How to develop a successful restaurant menu
5 min read
It’s obvious that a restaurant’s menu is an integral part of its success, but creating an attractive menu that works for you and your clientele is an intricate process that requires a lot of consideration. These are some of the considerations I make when developing a new menu.
#1 Deciding what ingredients to use
At my restaurants, we change our menus every three months. I start planning for a menu change about six weeks in advance and the first step to this is working out what produce is coming into season and what is going out. Cooking with seasonal produce is important to me because when fruit and veggies are in their prime, they’re more flavourful, nutritious, cheaper to buy and have less of an impact on the environment.
As a chef I have a pretty good idea of when produce is in season, but I need to chat to our suppliers to find out what exactly they have available. I always get my ingredients first and think of what dishes I could create second. There’s a lot of citrus in winter so we’ll come up with creative ways to make the most of that, such as the citrus salsa served alongside roast spatchcock at Luke’s Kitchen.
I have relationships with small growers who know that we love to use unique ingredients at our restaurants, so if they have something unusual pop up they’ll always send it to us. For example, we currently have a vegetarian tart at Luke’s Kitchen that features Jerusalem artichoke. Our diners ask us a lot of questions about it because they often don’t know what a Jerusalem artichoke is or how to cook it.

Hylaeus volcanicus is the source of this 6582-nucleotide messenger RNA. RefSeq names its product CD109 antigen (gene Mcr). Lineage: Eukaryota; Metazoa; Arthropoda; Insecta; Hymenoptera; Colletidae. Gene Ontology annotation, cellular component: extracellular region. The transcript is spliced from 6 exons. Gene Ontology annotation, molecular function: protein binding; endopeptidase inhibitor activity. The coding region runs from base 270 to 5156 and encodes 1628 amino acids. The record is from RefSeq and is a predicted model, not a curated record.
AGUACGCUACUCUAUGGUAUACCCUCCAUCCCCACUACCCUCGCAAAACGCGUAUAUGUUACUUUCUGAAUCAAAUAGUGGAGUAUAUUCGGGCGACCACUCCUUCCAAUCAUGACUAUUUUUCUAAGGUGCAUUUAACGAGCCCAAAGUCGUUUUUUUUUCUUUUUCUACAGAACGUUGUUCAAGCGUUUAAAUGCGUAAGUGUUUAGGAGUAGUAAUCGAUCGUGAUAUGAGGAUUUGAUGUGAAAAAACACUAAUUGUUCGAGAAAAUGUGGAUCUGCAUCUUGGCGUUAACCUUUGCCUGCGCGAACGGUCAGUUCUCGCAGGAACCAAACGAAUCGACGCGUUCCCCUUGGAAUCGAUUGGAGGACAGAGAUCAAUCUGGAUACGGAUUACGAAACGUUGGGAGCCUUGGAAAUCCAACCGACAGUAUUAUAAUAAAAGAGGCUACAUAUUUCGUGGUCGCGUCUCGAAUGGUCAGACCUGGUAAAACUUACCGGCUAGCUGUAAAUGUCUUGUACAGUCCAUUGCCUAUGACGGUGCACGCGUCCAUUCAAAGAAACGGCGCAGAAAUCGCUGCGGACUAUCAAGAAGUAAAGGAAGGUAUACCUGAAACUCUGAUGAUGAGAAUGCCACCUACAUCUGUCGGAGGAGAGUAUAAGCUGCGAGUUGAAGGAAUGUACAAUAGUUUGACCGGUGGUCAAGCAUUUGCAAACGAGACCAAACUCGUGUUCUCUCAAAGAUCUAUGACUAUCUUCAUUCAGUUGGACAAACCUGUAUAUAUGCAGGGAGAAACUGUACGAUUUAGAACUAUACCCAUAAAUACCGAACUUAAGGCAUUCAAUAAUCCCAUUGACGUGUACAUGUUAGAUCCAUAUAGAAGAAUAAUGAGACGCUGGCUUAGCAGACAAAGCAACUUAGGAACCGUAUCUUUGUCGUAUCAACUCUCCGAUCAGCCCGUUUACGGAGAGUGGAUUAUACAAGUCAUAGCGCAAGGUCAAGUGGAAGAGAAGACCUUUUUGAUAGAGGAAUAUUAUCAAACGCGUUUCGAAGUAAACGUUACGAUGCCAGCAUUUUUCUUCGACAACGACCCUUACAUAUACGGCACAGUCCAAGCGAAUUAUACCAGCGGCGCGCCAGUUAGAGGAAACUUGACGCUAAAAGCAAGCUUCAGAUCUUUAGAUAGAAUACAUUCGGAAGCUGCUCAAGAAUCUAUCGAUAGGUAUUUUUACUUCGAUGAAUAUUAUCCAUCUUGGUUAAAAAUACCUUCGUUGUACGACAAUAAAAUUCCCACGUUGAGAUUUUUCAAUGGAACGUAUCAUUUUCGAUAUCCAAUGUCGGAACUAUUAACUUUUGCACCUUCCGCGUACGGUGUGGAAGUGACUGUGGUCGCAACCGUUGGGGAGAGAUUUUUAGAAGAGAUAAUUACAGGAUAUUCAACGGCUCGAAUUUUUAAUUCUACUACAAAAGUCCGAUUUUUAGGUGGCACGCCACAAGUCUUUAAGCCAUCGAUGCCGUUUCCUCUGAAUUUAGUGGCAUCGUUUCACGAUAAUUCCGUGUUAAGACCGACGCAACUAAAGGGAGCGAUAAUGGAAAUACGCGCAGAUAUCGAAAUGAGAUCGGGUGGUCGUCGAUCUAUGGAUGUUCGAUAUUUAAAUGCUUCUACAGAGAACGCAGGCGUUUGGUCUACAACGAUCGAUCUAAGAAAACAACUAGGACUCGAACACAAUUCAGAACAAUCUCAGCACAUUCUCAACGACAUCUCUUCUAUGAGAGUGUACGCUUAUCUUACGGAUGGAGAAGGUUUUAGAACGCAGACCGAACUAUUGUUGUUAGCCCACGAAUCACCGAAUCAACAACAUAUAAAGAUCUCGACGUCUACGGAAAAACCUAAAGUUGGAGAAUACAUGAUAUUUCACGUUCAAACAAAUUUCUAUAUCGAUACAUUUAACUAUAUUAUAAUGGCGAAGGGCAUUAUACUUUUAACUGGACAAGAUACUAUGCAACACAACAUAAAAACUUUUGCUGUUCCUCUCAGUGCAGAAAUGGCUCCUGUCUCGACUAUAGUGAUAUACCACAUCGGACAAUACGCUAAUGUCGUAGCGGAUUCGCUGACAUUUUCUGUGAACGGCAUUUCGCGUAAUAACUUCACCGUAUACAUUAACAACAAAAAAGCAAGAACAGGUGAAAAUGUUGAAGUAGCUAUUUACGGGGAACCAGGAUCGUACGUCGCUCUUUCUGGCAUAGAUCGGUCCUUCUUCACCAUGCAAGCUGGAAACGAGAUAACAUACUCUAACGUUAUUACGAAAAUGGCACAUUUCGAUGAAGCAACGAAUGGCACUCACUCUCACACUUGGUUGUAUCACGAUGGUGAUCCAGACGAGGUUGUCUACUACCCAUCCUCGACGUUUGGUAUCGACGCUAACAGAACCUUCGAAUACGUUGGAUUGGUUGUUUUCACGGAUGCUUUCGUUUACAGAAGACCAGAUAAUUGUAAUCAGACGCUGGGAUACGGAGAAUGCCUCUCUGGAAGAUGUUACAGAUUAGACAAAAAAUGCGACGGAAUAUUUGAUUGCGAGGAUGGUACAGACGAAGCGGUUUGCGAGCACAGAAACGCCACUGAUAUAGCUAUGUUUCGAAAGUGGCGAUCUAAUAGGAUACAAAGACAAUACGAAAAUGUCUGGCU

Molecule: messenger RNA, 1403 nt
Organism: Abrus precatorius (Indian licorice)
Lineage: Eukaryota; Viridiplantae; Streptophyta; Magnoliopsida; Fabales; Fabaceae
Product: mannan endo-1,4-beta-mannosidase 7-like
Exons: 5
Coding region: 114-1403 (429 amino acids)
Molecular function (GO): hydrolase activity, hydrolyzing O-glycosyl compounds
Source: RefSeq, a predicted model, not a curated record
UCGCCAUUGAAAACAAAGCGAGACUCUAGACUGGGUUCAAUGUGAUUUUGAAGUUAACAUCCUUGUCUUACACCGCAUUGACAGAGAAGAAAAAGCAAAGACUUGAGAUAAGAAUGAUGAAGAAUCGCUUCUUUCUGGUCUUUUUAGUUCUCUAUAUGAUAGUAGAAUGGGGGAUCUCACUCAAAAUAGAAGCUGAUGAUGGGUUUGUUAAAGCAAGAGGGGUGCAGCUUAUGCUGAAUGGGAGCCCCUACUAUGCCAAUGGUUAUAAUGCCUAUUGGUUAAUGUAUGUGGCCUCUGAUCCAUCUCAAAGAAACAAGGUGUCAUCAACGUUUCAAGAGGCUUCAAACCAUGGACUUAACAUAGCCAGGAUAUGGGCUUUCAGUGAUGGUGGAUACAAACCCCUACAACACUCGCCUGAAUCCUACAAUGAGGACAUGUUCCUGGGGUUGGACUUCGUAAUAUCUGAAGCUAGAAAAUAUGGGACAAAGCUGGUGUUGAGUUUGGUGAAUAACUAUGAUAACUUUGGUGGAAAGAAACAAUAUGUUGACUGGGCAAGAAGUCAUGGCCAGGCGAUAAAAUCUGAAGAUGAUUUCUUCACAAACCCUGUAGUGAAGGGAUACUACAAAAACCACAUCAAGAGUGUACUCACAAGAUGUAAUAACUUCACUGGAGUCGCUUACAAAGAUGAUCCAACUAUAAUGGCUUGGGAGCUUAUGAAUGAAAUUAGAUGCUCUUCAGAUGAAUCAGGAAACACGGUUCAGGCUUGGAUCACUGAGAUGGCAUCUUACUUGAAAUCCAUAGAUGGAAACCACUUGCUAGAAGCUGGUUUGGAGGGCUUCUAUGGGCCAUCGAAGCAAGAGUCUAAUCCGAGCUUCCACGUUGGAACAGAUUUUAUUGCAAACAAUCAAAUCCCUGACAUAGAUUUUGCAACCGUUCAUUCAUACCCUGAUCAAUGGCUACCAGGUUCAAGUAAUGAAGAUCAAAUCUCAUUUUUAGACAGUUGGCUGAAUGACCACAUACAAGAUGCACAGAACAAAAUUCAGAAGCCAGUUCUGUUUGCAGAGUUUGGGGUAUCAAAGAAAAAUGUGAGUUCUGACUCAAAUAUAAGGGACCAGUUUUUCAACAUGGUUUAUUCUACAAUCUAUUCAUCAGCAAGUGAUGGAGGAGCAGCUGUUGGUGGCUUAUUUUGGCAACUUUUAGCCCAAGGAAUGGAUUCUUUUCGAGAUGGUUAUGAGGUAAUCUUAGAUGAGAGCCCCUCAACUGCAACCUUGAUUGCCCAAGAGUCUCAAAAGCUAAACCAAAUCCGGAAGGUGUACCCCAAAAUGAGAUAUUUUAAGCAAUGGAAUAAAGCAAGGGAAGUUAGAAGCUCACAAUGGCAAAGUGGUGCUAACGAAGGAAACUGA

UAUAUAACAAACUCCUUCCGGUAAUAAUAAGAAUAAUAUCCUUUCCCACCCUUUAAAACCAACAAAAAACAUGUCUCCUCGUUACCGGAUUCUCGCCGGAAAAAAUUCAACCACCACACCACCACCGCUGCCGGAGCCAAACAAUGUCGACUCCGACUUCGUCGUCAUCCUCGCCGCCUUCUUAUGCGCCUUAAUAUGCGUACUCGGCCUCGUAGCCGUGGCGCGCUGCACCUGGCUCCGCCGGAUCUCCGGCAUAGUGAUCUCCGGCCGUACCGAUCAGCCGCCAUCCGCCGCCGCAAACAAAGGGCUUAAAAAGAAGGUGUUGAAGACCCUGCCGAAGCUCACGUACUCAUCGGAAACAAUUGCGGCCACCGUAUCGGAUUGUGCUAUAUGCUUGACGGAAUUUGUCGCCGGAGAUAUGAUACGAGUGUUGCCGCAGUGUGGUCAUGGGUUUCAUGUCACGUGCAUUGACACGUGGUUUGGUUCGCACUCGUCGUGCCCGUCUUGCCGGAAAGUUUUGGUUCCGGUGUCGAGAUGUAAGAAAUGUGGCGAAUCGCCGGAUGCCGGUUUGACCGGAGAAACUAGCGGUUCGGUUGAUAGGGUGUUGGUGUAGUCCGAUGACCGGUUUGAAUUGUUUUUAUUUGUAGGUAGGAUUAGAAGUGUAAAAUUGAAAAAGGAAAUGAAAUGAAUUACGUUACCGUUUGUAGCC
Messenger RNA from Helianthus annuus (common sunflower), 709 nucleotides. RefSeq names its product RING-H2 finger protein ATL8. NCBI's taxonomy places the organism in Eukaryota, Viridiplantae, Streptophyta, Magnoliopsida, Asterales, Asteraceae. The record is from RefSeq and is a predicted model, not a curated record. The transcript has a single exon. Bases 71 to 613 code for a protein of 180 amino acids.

#2 Collaborating with other chefs
Menu development is a collaborative process and I always involve my head chefs. We’ll each have an input into what we think makes the perfect dish and the process might go something like this: when creating the winter menu at glass brasserie, I approached head pastry chef Natalie about making a panna cotta with mandarins, since they’re in season. She’ll take this idea and come back to me with a way of adding her own flair to the dessert, resulting in a chai panna cotta with mandarin.
The head chefs and I will taste each new dish that we’re developing and it’ll only be finalised when we’re all satisfied with it. When the whole menu is finalised, we’ll have tastings with the wait staff so they know the flavours of each dish and can make recommendations to our diners.
#3 Balancing the menu
It’s not enough to make sure each dish tastes delicious – a great menu needs to have a balanced diversity of ingredients. I think it’s important to have a variety of dishes that feature game meats, beef, chicken and fish, as well as something that caters to vegetarians and vegans. And make sure you don’t do too much of one thing – just because you can secure a huge supply of mushrooms doesn’t mean you should be putting them in every dish.
You also need to match the size of the menu to the amount of traffic the restaurant receives. Luke’s Kitchen is a neighbourhood restaurant so having a menu with five or six entrées and mains, as well as a special, works well. On the other hand, glass brasserie has a much higher volume of traffic and a lot of repeat clientele, so to mix things up we’ll have four to five different specials throughout the week as well as a larger menu.
#4 Evolving dishes over time
Generally, we don’t change all the dishes on the menu when we go into a new season – we’ll keep our signature dishes such as the duck toastie and kingfish sashimi at Luke’s Kitchen and the crab omelette at glass brasserie. These are customer favourites and we won’t vary the recipes much.
Other dishes might evolve over the years to incorporate new inspiration, trends or techniques. I’ve been continuously transforming my liquorice and lime dessert over 25 years – it started as a simple slab of parfait with lime segments and syrup, and today it’s a white chocolate sphere that is cracked open to reveal the liquorice and lime components. You might find that some dishes take a week to create and are never revisited, others you might end up developing over a quarter of a century!